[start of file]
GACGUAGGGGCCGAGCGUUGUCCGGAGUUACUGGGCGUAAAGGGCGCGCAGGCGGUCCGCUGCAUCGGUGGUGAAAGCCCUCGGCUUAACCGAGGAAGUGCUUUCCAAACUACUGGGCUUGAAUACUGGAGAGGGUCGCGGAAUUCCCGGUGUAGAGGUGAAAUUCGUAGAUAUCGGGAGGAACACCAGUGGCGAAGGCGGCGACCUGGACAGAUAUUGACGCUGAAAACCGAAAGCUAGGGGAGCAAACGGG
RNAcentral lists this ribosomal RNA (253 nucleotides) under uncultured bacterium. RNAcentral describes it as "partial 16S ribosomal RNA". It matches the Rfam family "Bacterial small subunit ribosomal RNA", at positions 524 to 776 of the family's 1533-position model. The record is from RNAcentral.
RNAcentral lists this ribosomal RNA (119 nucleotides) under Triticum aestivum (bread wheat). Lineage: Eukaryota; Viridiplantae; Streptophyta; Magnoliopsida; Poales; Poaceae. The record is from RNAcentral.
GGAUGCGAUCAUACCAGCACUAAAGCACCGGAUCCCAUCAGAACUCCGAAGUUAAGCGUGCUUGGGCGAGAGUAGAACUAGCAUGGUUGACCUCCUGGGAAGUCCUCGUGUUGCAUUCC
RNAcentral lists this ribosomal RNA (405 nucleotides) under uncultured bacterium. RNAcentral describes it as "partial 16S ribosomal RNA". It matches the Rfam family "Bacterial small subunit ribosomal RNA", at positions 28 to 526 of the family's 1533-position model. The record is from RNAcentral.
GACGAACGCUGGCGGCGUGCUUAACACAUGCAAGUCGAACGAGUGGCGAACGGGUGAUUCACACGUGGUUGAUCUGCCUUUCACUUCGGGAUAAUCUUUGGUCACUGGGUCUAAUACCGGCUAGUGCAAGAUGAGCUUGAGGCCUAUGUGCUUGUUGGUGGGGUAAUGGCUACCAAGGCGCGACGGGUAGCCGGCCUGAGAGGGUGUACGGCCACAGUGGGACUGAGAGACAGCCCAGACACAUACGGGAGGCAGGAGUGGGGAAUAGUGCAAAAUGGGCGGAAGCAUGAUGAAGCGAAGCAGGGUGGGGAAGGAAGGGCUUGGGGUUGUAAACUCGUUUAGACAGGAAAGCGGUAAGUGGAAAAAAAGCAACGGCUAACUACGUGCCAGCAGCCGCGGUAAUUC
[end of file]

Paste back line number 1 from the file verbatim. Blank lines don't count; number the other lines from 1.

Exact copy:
GACGUAGGGGCCGAGCGUUGUCCGGAGUUACUGGGCGUAAAGGGCGCGCAGGCGGUCCGCUGCAUCGGUGGUGAAAGCCCUCGGCUUAACCGAGGAAGUGCUUUCCAAACUACUGGGCUUGAAUACUGGAGAGGGUCGCGGAAUUCCCGGUGUAGAGGUGAAAUUCGUAGAUAUCGGGAGGAACACCAGUGGCGAAGGCGGCGACCUGGACAGAUAUUGACGCUGAAAACCGAAAGCUAGGGGAGCAAACGGG